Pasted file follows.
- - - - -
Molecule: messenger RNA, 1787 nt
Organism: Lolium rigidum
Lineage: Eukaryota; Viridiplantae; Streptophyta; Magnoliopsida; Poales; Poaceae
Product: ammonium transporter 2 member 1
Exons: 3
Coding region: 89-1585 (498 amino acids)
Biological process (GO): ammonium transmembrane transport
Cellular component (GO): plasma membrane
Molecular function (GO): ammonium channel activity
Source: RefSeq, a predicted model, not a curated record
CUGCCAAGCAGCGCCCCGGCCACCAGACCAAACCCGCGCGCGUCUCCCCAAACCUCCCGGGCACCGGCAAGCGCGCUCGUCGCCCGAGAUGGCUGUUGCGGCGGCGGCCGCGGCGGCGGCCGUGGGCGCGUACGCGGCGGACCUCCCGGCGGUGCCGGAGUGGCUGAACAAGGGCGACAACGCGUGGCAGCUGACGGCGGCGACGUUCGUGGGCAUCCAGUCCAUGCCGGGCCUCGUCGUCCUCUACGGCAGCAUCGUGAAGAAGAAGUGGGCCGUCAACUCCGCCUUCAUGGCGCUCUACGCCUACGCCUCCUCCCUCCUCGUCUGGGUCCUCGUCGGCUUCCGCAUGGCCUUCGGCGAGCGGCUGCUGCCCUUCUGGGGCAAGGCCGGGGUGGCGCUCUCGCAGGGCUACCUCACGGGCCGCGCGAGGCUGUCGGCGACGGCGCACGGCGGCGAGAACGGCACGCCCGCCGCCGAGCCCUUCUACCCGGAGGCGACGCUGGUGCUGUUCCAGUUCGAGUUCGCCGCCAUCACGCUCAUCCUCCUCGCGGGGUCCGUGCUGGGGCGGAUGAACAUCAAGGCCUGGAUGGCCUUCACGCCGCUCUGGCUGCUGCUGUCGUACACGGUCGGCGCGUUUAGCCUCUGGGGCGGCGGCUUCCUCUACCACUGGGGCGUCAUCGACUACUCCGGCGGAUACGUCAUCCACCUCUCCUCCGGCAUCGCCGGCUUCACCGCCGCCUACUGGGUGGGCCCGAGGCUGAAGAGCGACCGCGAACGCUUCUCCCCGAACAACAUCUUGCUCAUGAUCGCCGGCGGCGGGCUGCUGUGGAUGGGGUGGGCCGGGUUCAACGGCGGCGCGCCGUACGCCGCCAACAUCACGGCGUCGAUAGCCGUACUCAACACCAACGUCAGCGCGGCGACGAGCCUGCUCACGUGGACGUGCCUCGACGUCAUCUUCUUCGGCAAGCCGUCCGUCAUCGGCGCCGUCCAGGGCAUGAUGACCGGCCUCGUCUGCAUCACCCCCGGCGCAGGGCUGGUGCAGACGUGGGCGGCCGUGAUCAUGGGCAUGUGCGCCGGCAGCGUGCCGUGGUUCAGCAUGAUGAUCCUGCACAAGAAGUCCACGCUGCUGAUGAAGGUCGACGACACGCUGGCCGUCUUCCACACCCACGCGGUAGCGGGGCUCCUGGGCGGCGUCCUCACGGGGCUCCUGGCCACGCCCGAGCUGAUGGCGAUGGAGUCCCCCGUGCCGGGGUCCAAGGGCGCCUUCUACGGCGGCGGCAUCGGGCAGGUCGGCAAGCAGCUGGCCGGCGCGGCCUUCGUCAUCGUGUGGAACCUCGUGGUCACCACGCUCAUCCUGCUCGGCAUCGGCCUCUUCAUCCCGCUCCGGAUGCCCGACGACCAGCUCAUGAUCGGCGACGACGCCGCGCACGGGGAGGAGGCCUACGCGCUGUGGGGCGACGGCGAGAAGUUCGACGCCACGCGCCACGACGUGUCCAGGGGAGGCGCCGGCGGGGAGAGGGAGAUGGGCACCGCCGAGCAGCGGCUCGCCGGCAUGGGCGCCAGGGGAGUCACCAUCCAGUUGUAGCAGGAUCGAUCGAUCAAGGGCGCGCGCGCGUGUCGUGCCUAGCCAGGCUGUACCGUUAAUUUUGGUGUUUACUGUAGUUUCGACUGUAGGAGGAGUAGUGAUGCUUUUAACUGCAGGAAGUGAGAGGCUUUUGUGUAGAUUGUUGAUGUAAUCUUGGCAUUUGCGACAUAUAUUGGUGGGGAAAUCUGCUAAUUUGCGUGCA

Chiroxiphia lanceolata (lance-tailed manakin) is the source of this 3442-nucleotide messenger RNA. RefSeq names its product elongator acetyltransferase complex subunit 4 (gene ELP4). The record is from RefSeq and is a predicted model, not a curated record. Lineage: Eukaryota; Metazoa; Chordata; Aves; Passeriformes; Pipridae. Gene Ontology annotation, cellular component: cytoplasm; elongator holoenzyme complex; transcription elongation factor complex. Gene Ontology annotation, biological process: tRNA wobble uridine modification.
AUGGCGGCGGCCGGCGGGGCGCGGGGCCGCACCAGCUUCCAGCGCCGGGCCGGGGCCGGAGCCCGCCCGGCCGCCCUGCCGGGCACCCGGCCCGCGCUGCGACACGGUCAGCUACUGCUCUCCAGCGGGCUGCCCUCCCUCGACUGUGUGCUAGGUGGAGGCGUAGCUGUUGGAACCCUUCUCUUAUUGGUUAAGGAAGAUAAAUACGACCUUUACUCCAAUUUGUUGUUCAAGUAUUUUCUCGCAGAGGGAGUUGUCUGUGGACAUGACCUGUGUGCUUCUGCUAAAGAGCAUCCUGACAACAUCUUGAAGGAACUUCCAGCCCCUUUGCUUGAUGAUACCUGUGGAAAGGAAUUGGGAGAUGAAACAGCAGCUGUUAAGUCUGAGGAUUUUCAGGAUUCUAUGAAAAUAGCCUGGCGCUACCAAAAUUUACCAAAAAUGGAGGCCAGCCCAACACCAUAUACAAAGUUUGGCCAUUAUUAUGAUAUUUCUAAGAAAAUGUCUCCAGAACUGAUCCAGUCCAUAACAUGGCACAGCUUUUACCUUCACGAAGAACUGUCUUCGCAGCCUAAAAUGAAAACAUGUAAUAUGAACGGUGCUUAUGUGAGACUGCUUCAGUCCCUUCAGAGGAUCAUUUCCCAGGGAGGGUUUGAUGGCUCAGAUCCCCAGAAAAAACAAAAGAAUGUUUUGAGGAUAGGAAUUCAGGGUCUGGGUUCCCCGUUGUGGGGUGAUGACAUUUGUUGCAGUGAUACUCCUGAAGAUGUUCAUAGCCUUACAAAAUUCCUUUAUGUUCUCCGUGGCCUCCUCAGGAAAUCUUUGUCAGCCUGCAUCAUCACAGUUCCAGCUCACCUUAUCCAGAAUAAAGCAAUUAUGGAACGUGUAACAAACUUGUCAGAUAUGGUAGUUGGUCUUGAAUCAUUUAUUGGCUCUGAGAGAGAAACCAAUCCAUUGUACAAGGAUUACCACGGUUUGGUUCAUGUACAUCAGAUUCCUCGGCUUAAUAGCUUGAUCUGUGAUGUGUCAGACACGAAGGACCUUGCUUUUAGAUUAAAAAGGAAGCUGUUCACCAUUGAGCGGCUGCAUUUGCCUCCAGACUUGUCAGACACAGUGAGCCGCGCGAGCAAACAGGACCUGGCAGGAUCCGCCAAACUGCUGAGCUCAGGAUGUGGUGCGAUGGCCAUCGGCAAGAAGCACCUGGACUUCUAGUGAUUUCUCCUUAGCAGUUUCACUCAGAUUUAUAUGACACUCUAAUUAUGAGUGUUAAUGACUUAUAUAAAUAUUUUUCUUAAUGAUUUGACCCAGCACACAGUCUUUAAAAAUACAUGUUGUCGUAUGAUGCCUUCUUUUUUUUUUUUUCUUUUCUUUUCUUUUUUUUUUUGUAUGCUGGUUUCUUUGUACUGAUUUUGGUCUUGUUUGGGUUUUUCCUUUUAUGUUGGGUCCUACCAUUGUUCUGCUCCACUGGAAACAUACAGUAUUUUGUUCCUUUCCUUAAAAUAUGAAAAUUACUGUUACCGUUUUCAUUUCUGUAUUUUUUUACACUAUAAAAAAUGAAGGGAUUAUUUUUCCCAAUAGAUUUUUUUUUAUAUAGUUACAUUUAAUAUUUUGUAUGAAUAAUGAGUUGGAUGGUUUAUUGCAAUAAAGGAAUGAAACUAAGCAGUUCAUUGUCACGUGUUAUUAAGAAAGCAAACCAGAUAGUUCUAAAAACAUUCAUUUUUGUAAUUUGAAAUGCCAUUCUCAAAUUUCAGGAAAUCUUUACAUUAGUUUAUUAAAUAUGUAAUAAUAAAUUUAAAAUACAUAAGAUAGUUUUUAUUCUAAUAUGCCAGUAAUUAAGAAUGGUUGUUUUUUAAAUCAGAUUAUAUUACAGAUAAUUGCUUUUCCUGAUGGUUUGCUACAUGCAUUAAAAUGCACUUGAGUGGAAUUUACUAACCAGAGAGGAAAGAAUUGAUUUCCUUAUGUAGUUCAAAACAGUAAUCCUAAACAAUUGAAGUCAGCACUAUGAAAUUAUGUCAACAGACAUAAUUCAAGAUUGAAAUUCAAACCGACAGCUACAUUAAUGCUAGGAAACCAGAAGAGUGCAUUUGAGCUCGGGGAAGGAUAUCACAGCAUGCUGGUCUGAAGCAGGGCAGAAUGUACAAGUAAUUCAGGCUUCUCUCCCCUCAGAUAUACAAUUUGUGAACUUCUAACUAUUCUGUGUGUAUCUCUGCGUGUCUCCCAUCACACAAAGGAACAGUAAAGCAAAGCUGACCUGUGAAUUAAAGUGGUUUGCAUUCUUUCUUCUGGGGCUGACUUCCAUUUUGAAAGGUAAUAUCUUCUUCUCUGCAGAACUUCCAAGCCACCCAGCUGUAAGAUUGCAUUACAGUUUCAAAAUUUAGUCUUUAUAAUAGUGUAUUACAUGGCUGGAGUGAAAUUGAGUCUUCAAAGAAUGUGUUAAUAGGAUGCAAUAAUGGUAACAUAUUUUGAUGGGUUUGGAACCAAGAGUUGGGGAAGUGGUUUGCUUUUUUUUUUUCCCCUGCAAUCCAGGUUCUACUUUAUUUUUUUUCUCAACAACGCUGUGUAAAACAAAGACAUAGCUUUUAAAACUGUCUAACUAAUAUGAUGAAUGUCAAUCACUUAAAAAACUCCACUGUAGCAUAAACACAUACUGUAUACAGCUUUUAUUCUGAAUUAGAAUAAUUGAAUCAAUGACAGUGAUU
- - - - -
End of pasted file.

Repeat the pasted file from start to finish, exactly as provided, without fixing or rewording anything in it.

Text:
Molecule: messenger RNA, 1787 nt
Organism: Lolium rigidum
Lineage: Eukaryota; Viridiplantae; Streptophyta; Magnoliopsida; Poales; Poaceae
Product: ammonium transporter 2 member 1
Exons: 3
Coding region: 89-1585 (498 amino acids)
Biological process (GO): ammonium transmembrane transport
Cellular component (GO): plasma membrane
Molecular function (GO): ammonium channel activity
Source: RefSeq, a predicted model, not a curated record
CUGCCAAGCAGCGCCCCGGCCACCAGACCAAACCCGCGCGCGUCUCCCCAAACCUCCCGGGCACCGGCAAGCGCGCUCGUCGCCCGAGAUGGCUGUUGCGGCGGCGGCCGCGGCGGCGGCCGUGGGCGCGUACGCGGCGGACCUCCCGGCGGUGCCGGAGUGGCUGAACAAGGGCGACAACGCGUGGCAGCUGACGGCGGCGACGUUCGUGGGCAUCCAGUCCAUGCCGGGCCUCGUCGUCCUCUACGGCAGCAUCGUGAAGAAGAAGUGGGCCGUCAACUCCGCCUUCAUGGCGCUCUACGCCUACGCCUCCUCCCUCCUCGUCUGGGUCCUCGUCGGCUUCCGCAUGGCCUUCGGCGAGCGGCUGCUGCCCUUCUGGGGCAAGGCCGGGGUGGCGCUCUCGCAGGGCUACCUCACGGGCCGCGCGAGGCUGUCGGCGACGGCGCACGGCGGCGAGAACGGCACGCCCGCCGCCGAGCCCUUCUACCCGGAGGCGACGCUGGUGCUGUUCCAGUUCGAGUUCGCCGCCAUCACGCUCAUCCUCCUCGCGGGGUCCGUGCUGGGGCGGAUGAACAUCAAGGCCUGGAUGGCCUUCACGCCGCUCUGGCUGCUGCUGUCGUACACGGUCGGCGCGUUUAGCCUCUGGGGCGGCGGCUUCCUCUACCACUGGGGCGUCAUCGACUACUCCGGCGGAUACGUCAUCCACCUCUCCUCCGGCAUCGCCGGCUUCACCGCCGCCUACUGGGUGGGCCCGAGGCUGAAGAGCGACCGCGAACGCUUCUCCCCGAACAACAUCUUGCUCAUGAUCGCCGGCGGCGGGCUGCUGUGGAUGGGGUGGGCCGGGUUCAACGGCGGCGCGCCGUACGCCGCCAACAUCACGGCGUCGAUAGCCGUACUCAACACCAACGUCAGCGCGGCGACGAGCCUGCUCACGUGGACGUGCCUCGACGUCAUCUUCUUCGGCAAGCCGUCCGUCAUCGGCGCCGUCCAGGGCAUGAUGACCGGCCUCGUCUGCAUCACCCCCGGCGCAGGGCUGGUGCAGACGUGGGCGGCCGUGAUCAUGGGCAUGUGCGCCGGCAGCGUGCCGUGGUUCAGCAUGAUGAUCCUGCACAAGAAGUCCACGCUGCUGAUGAAGGUCGACGACACGCUGGCCGUCUUCCACACCCACGCGGUAGCGGGGCUCCUGGGCGGCGUCCUCACGGGGCUCCUGGCCACGCCCGAGCUGAUGGCGAUGGAGUCCCCCGUGCCGGGGUCCAAGGGCGCCUUCUACGGCGGCGGCAUCGGGCAGGUCGGCAAGCAGCUGGCCGGCGCGGCCUUCGUCAUCGUGUGGAACCUCGUGGUCACCACGCUCAUCCUGCUCGGCAUCGGCCUCUUCAUCCCGCUCCGGAUGCCCGACGACCAGCUCAUGAUCGGCGACGACGCCGCGCACGGGGAGGAGGCCUACGCGCUGUGGGGCGACGGCGAGAAGUUCGACGCCACGCGCCACGACGUGUCCAGGGGAGGCGCCGGCGGGGAGAGGGAGAUGGGCACCGCCGAGCAGCGGCUCGCCGGCAUGGGCGCCAGGGGAGUCACCAUCCAGUUGUAGCAGGAUCGAUCGAUCAAGGGCGCGCGCGCGUGUCGUGCCUAGCCAGGCUGUACCGUUAAUUUUGGUGUUUACUGUAGUUUCGACUGUAGGAGGAGUAGUGAUGCUUUUAACUGCAGGAAGUGAGAGGCUUUUGUGUAGAUUGUUGAUGUAAUCUUGGCAUUUGCGACAUAUAUUGGUGGGGAAAUCUGCUAAUUUGCGUGCA

Chiroxiphia lanceolata (lance-tailed manakin) is the source of this 3442-nucleotide messenger RNA. RefSeq names its product elongator acetyltransferase complex subunit 4 (gene ELP4). The record is from RefSeq and is a predicted model, not a curated record. Lineage: Eukaryota; Metazoa; Chordata; Aves; Passeriformes; Pipridae. Gene Ontology annotation, cellular component: cytoplasm; elongator holoenzyme complex; transcription elongation factor complex. Gene Ontology annotation, biological process: tRNA wobble uridine modification.
AUGGCGGCGGCCGGCGGGGCGCGGGGCCGCACCAGCUUCCAGCGCCGGGCCGGGGCCGGAGCCCGCCCGGCCGCCCUGCCGGGCACCCGGCCCGCGCUGCGACACGGUCAGCUACUGCUCUCCAGCGGGCUGCCCUCCCUCGACUGUGUGCUAGGUGGAGGCGUAGCUGUUGGAACCCUUCUCUUAUUGGUUAAGGAAGAUAAAUACGACCUUUACUCCAAUUUGUUGUUCAAGUAUUUUCUCGCAGAGGGAGUUGUCUGUGGACAUGACCUGUGUGCUUCUGCUAAAGAGCAUCCUGACAACAUCUUGAAGGAACUUCCAGCCCCUUUGCUUGAUGAUACCUGUGGAAAGGAAUUGGGAGAUGAAACAGCAGCUGUUAAGUCUGAGGAUUUUCAGGAUUCUAUGAAAAUAGCCUGGCGCUACCAAAAUUUACCAAAAAUGGAGGCCAGCCCAACACCAUAUACAAAGUUUGGCCAUUAUUAUGAUAUUUCUAAGAAAAUGUCUCCAGAACUGAUCCAGUCCAUAACAUGGCACAGCUUUUACCUUCACGAAGAACUGUCUUCGCAGCCUAAAAUGAAAACAUGUAAUAUGAACGGUGCUUAUGUGAGACUGCUUCAGUCCCUUCAGAGGAUCAUUUCCCAGGGAGGGUUUGAUGGCUCAGAUCCCCAGAAAAAACAAAAGAAUGUUUUGAGGAUAGGAAUUCAGGGUCUGGGUUCCCCGUUGUGGGGUGAUGACAUUUGUUGCAGUGAUACUCCUGAAGAUGUUCAUAGCCUUACAAAAUUCCUUUAUGUUCUCCGUGGCCUCCUCAGGAAAUCUUUGUCAGCCUGCAUCAUCACAGUUCCAGCUCACCUUAUCCAGAAUAAAGCAAUUAUGGAACGUGUAACAAACUUGUCAGAUAUGGUAGUUGGUCUUGAAUCAUUUAUUGGCUCUGAGAGAGAAACCAAUCCAUUGUACAAGGAUUACCACGGUUUGGUUCAUGUACAUCAGAUUCCUCGGCUUAAUAGCUUGAUCUGUGAUGUGUCAGACACGAAGGACCUUGCUUUUAGAUUAAAAAGGAAGCUGUUCACCAUUGAGCGGCUGCAUUUGCCUCCAGACUUGUCAGACACAGUGAGCCGCGCGAGCAAACAGGACCUGGCAGGAUCCGCCAAACUGCUGAGCUCAGGAUGUGGUGCGAUGGCCAUCGGCAAGAAGCACCUGGACUUCUAGUGAUUUCUCCUUAGCAGUUUCACUCAGAUUUAUAUGACACUCUAAUUAUGAGUGUUAAUGACUUAUAUAAAUAUUUUUCUUAAUGAUUUGACCCAGCACACAGUCUUUAAAAAUACAUGUUGUCGUAUGAUGCCUUCUUUUUUUUUUUUUCUUUUCUUUUCUUUUUUUUUUUGUAUGCUGGUUUCUUUGUACUGAUUUUGGUCUUGUUUGGGUUUUUCCUUUUAUGUUGGGUCCUACCAUUGUUCUGCUCCACUGGAAACAUACAGUAUUUUGUUCCUUUCCUUAAAAUAUGAAAAUUACUGUUACCGUUUUCAUUUCUGUAUUUUUUUACACUAUAAAAAAUGAAGGGAUUAUUUUUCCCAAUAGAUUUUUUUUUAUAUAGUUACAUUUAAUAUUUUGUAUGAAUAAUGAGUUGGAUGGUUUAUUGCAAUAAAGGAAUGAAACUAAGCAGUUCAUUGUCACGUGUUAUUAAGAAAGCAAACCAGAUAGUUCUAAAAACAUUCAUUUUUGUAAUUUGAAAUGCCAUUCUCAAAUUUCAGGAAAUCUUUACAUUAGUUUAUUAAAUAUGUAAUAAUAAAUUUAAAAUACAUAAGAUAGUUUUUAUUCUAAUAUGCCAGUAAUUAAGAAUGGUUGUUUUUUAAAUCAGAUUAUAUUACAGAUAAUUGCUUUUCCUGAUGGUUUGCUACAUGCAUUAAAAUGCACUUGAGUGGAAUUUACUAACCAGAGAGGAAAGAAUUGAUUUCCUUAUGUAGUUCAAAACAGUAAUCCUAAACAAUUGAAGUCAGCACUAUGAAAUUAUGUCAACAGACAUAAUUCAAGAUUGAAAUUCAAACCGACAGCUACAUUAAUGCUAGGAAACCAGAAGAGUGCAUUUGAGCUCGGGGAAGGAUAUCACAGCAUGCUGGUCUGAAGCAGGGCAGAAUGUACAAGUAAUUCAGGCUUCUCUCCCCUCAGAUAUACAAUUUGUGAACUUCUAACUAUUCUGUGUGUAUCUCUGCGUGUCUCCCAUCACACAAAGGAACAGUAAAGCAAAGCUGACCUGUGAAUUAAAGUGGUUUGCAUUCUUUCUUCUGGGGCUGACUUCCAUUUUGAAAGGUAAUAUCUUCUUCUCUGCAGAACUUCCAAGCCACCCAGCUGUAAGAUUGCAUUACAGUUUCAAAAUUUAGUCUUUAUAAUAGUGUAUUACAUGGCUGGAGUGAAAUUGAGUCUUCAAAGAAUGUGUUAAUAGGAUGCAAUAAUGGUAACAUAUUUUGAUGGGUUUGGAACCAAGAGUUGGGGAAGUGGUUUGCUUUUUUUUUUUCCCCUGCAAUCCAGGUUCUACUUUAUUUUUUUUCUCAACAACGCUGUGUAAAACAAAGACAUAGCUUUUAAAACUGUCUAACUAAUAUGAUGAAUGUCAAUCACUUAAAAAACUCCACUGUAGCAUAAACACAUACUGUAUACAGCUUUUAUUCUGAAUUAGAAUAAUUGAAUCAAUGACAGUGAUU